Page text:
Did you know that stress can sabotage even the best efforts for weight loss?
In fact, the excess fat you're struggling to shift right now could very well be the result of living in a constant state of stress. Dieting and changing lifestyle habits when you're stressed out is difficult enough, but when the body starts working against your efforts, the result is incredibly frustrating. So how exactly does stress contribute to weight gain and how can we break the vicious cycle?
Fat-promoting stres hormones
The main reason why people gain or hold on to weight when stressed is because of the stress hormone cortisol. As part of the body’s natural response to stress, it releases a hormone called cortisol which, in turn, raises your blood-sugar level in order to give you an instant hit of energy to handle the situation. This natural stress response worked well for our ancestors who used up the extra energy to run from dangers.
The belly fat connection
In today's modern world our bodies still kick into action when we get stressed, except nowadays the stress is constant and we don't use up the extra energy that cortisol provides.
So, when we get stressed over spiralling debt, traffic jams and deadlines, it comes without the natural energy release that fighting or fleeing might provide. Unless you take physical action, as your body is expecting you to, all that extra energy has nowhere to go. So, it gets re-deposited as fat. The reason why this type of fat tends to end up on your belly is because it is close to the liver where it can be quickly converted back into energy — for the next stressful situation.
Uncontrollable food cravings
After a stressful event occurs cortisol levels in the blood can often remain high which stimulates appetite. Your body thinks it needs to ‘refuel' after all the ‘activity' caused by responding to the stressful situation. This is why people under constant stress can often feel constantly hungry. To make matters worse, the body will encourage you to stock up on foods that will refuel the body quickly, namely sugary foods and carbohydrates. It's a vicious cycle of stress, followed by elevated cortisol, followed by that scone you don't need.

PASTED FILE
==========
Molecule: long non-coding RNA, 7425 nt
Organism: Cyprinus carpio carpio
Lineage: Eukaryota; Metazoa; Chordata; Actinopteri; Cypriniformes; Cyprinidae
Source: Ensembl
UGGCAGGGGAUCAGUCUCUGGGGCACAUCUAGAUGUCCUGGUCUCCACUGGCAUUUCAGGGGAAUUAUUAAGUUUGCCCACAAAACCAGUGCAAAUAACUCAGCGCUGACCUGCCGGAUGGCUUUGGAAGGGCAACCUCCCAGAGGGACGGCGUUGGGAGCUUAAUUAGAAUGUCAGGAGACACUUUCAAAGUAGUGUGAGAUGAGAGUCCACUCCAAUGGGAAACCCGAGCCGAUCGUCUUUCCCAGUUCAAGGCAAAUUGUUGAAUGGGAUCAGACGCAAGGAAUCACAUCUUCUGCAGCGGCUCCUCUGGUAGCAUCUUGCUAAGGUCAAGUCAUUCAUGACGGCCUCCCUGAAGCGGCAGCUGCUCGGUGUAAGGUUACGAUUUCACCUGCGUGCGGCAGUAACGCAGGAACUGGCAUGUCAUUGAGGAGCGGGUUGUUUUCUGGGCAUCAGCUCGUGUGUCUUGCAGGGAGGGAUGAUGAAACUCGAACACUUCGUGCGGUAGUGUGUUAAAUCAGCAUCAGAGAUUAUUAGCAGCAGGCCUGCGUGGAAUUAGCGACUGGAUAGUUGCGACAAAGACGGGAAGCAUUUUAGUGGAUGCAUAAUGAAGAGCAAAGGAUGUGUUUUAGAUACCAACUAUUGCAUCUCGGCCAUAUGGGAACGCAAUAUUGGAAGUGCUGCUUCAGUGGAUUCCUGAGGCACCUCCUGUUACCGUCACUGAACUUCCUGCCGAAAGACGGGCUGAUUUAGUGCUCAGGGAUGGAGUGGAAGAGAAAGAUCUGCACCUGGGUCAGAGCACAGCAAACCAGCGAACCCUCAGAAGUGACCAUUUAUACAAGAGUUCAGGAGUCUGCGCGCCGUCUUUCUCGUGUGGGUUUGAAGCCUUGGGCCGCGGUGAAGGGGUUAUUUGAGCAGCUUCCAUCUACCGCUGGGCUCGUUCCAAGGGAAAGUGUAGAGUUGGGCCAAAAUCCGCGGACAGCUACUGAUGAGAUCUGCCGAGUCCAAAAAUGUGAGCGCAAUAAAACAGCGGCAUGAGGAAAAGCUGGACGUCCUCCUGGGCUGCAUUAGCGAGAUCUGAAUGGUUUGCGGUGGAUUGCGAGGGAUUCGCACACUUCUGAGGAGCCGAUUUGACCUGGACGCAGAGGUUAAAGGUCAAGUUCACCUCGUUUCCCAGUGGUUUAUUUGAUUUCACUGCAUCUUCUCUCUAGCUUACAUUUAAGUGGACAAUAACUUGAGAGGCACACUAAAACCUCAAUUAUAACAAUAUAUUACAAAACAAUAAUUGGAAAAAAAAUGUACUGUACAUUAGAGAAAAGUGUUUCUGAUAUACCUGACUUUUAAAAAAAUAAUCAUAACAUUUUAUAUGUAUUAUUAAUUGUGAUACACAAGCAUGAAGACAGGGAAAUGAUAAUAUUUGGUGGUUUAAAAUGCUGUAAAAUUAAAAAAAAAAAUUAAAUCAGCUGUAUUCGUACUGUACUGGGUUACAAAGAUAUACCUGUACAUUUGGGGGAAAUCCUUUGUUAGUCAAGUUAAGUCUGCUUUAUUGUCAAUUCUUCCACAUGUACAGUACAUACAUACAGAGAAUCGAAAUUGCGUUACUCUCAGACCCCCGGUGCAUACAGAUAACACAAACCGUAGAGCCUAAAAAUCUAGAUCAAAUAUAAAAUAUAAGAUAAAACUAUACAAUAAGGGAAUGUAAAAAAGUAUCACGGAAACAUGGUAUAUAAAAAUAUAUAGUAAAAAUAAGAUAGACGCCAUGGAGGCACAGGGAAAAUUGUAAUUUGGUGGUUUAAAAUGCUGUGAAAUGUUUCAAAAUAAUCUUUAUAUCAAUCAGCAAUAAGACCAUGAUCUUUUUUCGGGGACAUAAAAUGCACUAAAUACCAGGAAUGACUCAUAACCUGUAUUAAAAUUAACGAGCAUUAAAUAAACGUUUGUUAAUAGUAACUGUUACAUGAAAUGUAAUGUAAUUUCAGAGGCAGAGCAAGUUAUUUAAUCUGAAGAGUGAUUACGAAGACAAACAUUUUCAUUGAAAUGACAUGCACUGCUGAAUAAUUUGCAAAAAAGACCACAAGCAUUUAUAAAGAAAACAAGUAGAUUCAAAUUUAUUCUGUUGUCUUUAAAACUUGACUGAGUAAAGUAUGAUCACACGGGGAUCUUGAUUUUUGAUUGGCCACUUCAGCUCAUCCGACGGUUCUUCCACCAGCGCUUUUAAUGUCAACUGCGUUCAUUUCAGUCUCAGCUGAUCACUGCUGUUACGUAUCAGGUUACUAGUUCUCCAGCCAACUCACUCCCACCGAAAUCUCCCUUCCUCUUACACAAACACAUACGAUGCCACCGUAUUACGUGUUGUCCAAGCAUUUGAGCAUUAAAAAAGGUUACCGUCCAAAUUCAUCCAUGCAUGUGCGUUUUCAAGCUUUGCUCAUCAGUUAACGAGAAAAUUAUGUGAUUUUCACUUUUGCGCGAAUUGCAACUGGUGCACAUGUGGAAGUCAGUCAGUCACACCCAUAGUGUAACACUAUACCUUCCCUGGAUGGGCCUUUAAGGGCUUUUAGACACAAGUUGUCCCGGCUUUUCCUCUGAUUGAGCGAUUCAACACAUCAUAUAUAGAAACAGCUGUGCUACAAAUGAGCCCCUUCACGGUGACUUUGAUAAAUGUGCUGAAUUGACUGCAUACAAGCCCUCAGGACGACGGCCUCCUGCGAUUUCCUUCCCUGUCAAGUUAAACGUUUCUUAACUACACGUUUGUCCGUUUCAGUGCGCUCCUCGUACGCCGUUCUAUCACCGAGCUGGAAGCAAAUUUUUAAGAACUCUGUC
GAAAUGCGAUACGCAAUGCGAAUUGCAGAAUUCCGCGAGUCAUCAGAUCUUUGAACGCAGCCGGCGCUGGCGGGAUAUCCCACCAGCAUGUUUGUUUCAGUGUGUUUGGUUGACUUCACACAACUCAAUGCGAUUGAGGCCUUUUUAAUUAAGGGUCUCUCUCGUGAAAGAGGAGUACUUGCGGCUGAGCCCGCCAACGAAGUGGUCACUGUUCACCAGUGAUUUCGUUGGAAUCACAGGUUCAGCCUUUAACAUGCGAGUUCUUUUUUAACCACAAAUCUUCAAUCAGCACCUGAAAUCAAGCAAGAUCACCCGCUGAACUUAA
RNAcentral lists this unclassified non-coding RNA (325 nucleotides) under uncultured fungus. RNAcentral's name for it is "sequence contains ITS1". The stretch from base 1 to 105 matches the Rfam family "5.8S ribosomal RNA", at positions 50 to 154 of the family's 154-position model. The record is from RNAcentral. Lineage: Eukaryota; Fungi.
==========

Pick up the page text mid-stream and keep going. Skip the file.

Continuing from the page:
Are your stress hormones out of whack?
The natural stress response goes awry when stress is constant and excessive. If the body's ‘fight or flight’ response is constantly on, then cortisol levels will remain high.
A nutritional therapist can test your stress-hormone levels.
However, if you can relate to many of the signs and symptoms below, chances are your stress hormones are out of balance:
> You find it difficult to switch off and relax;
> You have difficulty sleeping and wake feeling unrefreshed;
> You constantly crave sugary and starchy foods;
> Your breathing is shallow;
> You stomach is often in a knot;
> You find it difficult to concentrate and often experience ‘brain fog';
> You have stubborn belly fat that will not respond to diet and exercise;
> You feel easily overwhelmed and anxious;
> You rely heavily on stimulants such as caffeine to keep you going;
> You are easily irritated and often blow up.